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RH Trade risks

From Chris Hattingh, Head of Policy Analysis, Centre for Risk Analysis.

THE increased use of tariffs, trade interventions, and various non-tariff trade barriers (NTBs) such as overly bureaucratic border and port operations, pose a significant risk to global economic growth – especially for more developing economies, such as South Africa’s.

The increased use of such instruments increases the costs of labour, goods, components, materials, and services. In the current global investment risk-off environment, additional barriers to the flow of goods, services, and human capital will most harshly affect countries that desperately more investment for business activity, infrastructure builds, and job creation (own analysis).

A Bloomberg Economics analysis of UN foreign-direct investment data points to a world reorganising into rival — though still linked — blocs that reflect UN votes on Russia’s invasion of Ukraine. Of the $1.2 trillion in greenfield FDI invested in 2022, close to $180 billion shifted across geopolitical blocs from countries that declined to condemn Russia’s invasion to those that did.

Charting a Course Through Rough Seas: How Emerging Markets Can Navigate Tougher External Conditions, Keynote Address by First Deputy Managing Director Gita Gopinath at the South African Reserve Bank Biennial Conference (1 September 2023) highlighted the following:

  • Rise of geoeconomic fragmentation; an increase in policy actions around the world that, if continued, pose a serious threat to global prosperity.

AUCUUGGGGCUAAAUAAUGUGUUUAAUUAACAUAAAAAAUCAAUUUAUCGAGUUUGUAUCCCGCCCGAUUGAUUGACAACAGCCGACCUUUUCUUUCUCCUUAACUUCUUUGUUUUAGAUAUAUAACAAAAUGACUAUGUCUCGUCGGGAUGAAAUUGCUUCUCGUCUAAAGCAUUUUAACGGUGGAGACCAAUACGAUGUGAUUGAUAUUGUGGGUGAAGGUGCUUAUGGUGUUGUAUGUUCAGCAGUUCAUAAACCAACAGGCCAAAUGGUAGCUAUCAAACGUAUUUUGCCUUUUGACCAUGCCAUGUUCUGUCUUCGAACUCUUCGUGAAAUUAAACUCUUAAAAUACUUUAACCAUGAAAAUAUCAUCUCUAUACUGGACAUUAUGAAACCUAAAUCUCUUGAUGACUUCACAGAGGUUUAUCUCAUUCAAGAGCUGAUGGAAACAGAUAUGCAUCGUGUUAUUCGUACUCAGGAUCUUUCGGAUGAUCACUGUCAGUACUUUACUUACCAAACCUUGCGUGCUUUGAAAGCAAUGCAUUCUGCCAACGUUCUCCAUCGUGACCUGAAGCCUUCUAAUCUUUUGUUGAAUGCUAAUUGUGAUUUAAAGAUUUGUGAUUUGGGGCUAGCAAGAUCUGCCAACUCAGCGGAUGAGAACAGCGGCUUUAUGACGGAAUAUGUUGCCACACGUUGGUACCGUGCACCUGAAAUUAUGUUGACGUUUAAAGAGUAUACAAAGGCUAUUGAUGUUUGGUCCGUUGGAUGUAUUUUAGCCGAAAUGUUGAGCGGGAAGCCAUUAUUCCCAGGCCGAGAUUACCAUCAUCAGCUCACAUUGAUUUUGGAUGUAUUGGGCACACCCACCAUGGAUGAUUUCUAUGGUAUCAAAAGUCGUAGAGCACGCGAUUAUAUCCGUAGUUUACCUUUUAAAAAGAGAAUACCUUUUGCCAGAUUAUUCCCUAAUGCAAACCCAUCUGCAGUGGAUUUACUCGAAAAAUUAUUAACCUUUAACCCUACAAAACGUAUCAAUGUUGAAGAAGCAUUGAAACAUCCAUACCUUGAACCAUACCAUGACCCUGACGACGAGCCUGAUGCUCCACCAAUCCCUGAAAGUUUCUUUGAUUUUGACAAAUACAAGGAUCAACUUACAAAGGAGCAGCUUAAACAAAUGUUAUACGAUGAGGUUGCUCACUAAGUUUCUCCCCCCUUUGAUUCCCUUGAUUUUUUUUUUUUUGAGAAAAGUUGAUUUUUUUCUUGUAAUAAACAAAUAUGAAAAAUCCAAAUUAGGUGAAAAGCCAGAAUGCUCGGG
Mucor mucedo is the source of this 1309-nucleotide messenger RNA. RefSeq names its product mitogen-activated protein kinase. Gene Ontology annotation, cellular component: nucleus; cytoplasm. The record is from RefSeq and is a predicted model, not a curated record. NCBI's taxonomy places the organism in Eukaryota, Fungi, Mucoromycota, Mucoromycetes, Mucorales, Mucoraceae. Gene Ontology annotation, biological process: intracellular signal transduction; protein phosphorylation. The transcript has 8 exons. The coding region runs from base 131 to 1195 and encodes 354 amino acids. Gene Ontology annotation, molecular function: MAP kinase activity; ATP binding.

• Trade restrictions; almost 3,000 restrictions were imposed in 2022—nearly 3 times the number imposed in 2019. Foreign direct investment is now increasingly driven by geopolitical preference rather than geographic distance;
  • An increasingly fragmented world;
  • Impact of trade fragmentation – most Emerging Markets will lose out — including South Africa, with a hit of 5% of GDP. Other EMs could face output losses of over 10%;
  • FDI fragmentation would add to these costs, and because FDI from advanced economies offers access to better technologies and know-how, EMs would be hit hardest;
  • Fragmentation also makes the world more vulnerable to shocks, as it leaves countries with fewer trading partners;
  • Countries are also turning inwards and engaging in large-scale industrial policies. In 2023 alone, the number of such measures that also restrict trade has increased nearly sixfold;
  • EMs have also increased the use of protectionist industrial policies though with less reliance on subsidies. Recent examples of large-scale industrial policies include the US CHIPS and
  • Science Act and the Inflation Reduction Act, the EU Green Deal Industrial Plan, and China’s longstanding industrial policies in strategic sectors;
  • Such policies can heavily influence the direction and volatility of global trade and capital flows.

RH Trade Risks

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